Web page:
A series of Travel Photography Tips that will help you improve your photography for free. This is numero uno!

One of the things you learn over the years as a photographer, is that how-to guides, magazine articles and manufacturers advertising don’t always tell you everything you need to know about photography. Don’t get me wrong. These are often excellent sources of information and you will learn a huge amount by reading them, but a camera manufacturer is not going to tell you that you don’t need the latest camera (or that their competitors also work well). Similarly, many magazines are primarily dependent on advertising, so promoting the latest camera models is going to be a large part of their content. My intention is that this will be a series of unbiased articles to learn help you learn travel photography.

Tip 1. Talk to people

Travel photography tips. Always try to establish a relationship with your subject. A mayna mother and dauther sell hand made bead necklaces and bracelets near the catholic cathedral, La Antigua, Guatemala. Colin Munro Photography
A Mayna mother and dauther sell hand made bead necklaces and bracelets in La Antigua, Guatemala. I chatted to this lady for about 10 minutes (impressive as my Spanish is almost non-existent!) before taking this photograph. Many vendors tout in the nearby square, but this lady was more shy, and stayed back in the shadows. Her daughter was super shy, but her mum wanted her in the picture as well, so after a little persuading she joined her. Ethnic Mayans make up around 50% of Guatemala’s population. I left with some great photos and a couple of rather nice bracelets.

I work quite a lot in the travel industry, so I often guide tour groups and see a great many more groups as I go. I have to say quite clearly, one of my pet hates is seeing tourists, or photographers, taking photographs of local people without asking, or even communicating with them at all. To me it is the ultimate in dehumanising and objectifying people, and it is hugely disrespectful. When we travel within different cultures it is, in my view, essential that we show respect and try to engage whenever possible. This is a win-win scenario, because most times people will be pleased by this, and your experience will be enriched. You will learn more, you may see more and you will probably end up with much better photographs.

Photographs are not simply…

Here’s a picture of a foreign lady I took when I was in Nicaragua. She looked kinda interesting so I snapped a picture‘.

They mean so much more if you can make a connection. Photography is often described as painting with light; and it adds so much more if you can paint a story, make an emotional connection.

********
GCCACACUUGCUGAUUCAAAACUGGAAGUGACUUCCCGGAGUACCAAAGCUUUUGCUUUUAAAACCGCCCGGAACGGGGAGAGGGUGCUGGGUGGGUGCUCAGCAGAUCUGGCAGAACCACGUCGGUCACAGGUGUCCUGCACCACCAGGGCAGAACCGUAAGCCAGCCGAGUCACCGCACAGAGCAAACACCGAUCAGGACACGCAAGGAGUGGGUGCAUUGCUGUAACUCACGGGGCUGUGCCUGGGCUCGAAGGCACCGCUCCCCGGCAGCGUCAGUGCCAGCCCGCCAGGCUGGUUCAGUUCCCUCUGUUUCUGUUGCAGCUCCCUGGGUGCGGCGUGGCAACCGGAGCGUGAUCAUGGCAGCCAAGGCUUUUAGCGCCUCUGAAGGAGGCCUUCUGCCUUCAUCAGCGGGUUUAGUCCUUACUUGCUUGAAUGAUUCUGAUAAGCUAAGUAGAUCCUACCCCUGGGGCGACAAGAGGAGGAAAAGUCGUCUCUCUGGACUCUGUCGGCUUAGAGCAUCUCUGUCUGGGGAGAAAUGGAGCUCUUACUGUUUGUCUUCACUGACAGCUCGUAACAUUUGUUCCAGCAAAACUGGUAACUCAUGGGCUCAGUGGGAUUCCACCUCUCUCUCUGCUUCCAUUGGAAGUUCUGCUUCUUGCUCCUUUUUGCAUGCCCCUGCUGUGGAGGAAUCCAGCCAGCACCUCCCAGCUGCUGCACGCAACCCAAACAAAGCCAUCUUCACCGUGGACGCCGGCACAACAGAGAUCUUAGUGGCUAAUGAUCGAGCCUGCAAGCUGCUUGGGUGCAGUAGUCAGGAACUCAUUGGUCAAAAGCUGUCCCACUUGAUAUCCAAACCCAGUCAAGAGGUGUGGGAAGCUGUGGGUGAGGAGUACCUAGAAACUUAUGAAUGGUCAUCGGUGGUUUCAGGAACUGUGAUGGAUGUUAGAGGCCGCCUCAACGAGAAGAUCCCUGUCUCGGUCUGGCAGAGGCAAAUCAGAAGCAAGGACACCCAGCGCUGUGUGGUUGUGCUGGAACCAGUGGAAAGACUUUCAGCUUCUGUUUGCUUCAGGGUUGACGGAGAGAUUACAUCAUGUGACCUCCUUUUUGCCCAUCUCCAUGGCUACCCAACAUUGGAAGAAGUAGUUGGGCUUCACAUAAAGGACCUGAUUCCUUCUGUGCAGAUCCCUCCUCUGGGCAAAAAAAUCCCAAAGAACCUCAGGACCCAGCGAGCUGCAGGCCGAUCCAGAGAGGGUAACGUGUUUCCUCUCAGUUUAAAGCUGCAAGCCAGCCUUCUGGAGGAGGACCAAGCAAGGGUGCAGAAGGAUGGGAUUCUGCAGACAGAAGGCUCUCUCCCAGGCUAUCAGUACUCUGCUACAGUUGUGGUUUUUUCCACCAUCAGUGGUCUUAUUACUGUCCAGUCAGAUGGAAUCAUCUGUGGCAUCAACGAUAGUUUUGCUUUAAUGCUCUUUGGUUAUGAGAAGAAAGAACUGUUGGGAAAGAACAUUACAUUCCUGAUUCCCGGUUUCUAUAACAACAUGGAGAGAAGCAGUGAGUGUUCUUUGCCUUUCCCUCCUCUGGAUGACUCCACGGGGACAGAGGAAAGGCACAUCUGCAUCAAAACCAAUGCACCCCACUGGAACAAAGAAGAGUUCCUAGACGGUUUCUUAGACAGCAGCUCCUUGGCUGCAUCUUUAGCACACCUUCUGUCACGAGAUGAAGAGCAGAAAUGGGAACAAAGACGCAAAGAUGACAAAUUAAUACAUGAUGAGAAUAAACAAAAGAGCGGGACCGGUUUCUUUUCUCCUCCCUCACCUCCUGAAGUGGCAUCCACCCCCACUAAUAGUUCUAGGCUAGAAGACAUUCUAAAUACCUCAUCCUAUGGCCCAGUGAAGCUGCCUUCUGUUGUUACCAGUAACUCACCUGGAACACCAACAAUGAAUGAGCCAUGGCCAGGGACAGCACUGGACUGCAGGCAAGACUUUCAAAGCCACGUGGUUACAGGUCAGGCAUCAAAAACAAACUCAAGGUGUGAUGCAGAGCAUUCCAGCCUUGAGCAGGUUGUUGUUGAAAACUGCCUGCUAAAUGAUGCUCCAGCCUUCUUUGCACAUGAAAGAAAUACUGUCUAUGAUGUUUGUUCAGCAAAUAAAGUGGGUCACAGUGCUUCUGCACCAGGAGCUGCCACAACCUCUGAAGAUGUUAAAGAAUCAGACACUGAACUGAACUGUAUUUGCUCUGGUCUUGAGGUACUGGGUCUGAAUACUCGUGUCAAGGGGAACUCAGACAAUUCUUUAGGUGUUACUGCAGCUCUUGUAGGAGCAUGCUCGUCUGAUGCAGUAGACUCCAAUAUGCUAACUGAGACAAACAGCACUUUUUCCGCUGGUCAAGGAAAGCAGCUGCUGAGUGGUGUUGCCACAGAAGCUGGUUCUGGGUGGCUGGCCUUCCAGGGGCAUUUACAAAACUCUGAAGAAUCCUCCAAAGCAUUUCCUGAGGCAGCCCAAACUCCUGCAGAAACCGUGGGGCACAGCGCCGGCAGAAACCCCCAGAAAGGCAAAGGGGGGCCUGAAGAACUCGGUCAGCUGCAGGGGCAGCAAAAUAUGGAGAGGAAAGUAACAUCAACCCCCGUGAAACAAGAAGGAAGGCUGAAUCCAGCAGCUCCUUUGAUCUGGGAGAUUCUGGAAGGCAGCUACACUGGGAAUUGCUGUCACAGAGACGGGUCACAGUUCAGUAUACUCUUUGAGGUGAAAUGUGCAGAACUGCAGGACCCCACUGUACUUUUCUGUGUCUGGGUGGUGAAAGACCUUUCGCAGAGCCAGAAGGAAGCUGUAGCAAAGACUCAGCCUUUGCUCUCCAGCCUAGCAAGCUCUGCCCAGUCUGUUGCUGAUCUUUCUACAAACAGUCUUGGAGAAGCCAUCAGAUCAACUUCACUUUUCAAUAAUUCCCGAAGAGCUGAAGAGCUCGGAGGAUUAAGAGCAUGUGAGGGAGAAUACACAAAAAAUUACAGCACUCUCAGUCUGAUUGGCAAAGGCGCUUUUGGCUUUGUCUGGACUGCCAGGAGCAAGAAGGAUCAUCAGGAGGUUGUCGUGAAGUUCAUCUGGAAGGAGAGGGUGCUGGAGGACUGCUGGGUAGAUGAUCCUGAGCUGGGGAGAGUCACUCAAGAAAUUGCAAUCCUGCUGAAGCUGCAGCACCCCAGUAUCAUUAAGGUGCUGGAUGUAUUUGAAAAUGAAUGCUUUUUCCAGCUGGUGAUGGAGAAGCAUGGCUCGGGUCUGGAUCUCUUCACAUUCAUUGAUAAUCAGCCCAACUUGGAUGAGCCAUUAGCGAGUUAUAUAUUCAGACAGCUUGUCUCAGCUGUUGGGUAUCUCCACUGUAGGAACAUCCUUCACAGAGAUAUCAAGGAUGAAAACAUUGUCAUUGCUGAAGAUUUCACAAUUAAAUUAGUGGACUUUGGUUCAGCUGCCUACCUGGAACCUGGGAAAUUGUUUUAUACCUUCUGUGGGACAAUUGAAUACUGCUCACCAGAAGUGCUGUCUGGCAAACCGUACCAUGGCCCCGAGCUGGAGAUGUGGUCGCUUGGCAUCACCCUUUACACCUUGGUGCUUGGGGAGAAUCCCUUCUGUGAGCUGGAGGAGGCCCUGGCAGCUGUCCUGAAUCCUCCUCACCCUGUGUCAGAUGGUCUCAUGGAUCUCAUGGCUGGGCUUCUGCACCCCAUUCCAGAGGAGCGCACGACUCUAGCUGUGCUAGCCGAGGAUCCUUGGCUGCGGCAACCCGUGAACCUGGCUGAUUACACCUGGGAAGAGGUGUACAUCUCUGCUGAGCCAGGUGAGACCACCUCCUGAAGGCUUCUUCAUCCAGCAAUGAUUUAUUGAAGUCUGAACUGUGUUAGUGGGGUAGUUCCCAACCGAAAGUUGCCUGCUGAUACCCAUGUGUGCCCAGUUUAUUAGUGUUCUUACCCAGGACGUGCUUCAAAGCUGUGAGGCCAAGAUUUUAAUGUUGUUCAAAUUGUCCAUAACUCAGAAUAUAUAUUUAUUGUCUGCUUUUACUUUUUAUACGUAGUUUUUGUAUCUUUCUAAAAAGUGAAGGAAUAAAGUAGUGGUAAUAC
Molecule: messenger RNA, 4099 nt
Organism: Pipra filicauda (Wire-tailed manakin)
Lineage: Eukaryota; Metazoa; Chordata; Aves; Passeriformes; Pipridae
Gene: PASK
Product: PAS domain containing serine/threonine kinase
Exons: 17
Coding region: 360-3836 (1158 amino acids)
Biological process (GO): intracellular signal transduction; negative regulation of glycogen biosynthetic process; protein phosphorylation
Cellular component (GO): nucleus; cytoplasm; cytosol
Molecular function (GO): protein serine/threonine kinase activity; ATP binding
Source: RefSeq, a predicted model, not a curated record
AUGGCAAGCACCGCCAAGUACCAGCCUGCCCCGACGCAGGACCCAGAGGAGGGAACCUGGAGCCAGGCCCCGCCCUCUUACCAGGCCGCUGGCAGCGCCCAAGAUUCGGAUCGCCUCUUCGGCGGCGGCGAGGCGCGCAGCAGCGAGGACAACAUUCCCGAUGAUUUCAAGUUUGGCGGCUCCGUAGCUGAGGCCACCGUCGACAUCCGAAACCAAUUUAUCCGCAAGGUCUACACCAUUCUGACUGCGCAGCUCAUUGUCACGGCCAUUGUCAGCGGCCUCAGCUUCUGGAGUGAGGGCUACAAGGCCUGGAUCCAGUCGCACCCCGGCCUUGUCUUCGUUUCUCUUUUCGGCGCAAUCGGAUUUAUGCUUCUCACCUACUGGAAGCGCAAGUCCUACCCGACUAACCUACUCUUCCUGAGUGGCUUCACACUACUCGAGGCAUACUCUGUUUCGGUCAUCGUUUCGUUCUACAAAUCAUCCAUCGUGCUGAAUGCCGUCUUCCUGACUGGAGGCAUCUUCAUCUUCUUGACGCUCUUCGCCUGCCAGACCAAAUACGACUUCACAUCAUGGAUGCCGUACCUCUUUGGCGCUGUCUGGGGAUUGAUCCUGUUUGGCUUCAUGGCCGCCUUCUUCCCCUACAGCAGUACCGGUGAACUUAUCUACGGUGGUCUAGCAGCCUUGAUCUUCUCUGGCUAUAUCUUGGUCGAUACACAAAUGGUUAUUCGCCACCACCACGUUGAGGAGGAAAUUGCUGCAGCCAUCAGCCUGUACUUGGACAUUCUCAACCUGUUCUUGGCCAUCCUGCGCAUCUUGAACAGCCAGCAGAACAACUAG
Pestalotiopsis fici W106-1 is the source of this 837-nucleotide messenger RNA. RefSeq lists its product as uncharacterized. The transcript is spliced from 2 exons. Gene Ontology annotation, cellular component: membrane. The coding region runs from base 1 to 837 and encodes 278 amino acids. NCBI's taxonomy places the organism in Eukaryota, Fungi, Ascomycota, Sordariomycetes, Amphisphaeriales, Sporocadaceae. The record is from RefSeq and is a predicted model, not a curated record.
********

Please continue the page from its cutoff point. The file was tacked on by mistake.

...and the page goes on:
This is Maria; she travels to the square every afternoon to sell woven hats to tourists. The hats are made by her mother and aunt; each one takes about two hours to make..’.

You can see, the first is disconnected, remote; the second is personal, it contains a small vignette of someone’s life. A life probably very different from your own. Of course the second costs more. It takes time, and a degree of courage to talk to a stranger. Who knows, they may reject you, they may try to scam you, they may refuse to let you take their picture, then what? Maybe you’re left silently cursing that you hadn’t simply taken the snap without asking, but in a World with millions more pictures then there are people on this planet, what would be the value of that disconnected snap? A few years ago, travelling in the Sierra Nevada mountains of Colombia, I walked around our camp in the evening. As I walked towards a clearing with a viewpoint I came upon a kogi couple. Kogis are one of the four ethnic tribes surviving in the mountains of Colombia. They are small, mostly around five foot, incredibly handsome people with long jet black and chiselled aristocratic features. They are almost always dressed entirely in white, in simple cotton and wool tunics. I had seen quite a few kogi while we had been walking, they had been polite but distant. This couple had a classic pose; the woman sitting on a rock, gazing in silence out across the foothills way below us as the sun edged towards the horizon, the man standing by her side, a rifle casually slung across his shoulder. I walked towards them, smiled and, gesturing to communicate, asked if I could take a photograph. The man shook his head, so I smiled, waved and walked away. Of course I could have taken the photograph before they saw me, then apologised, but I would always have known that was how I got the photograph.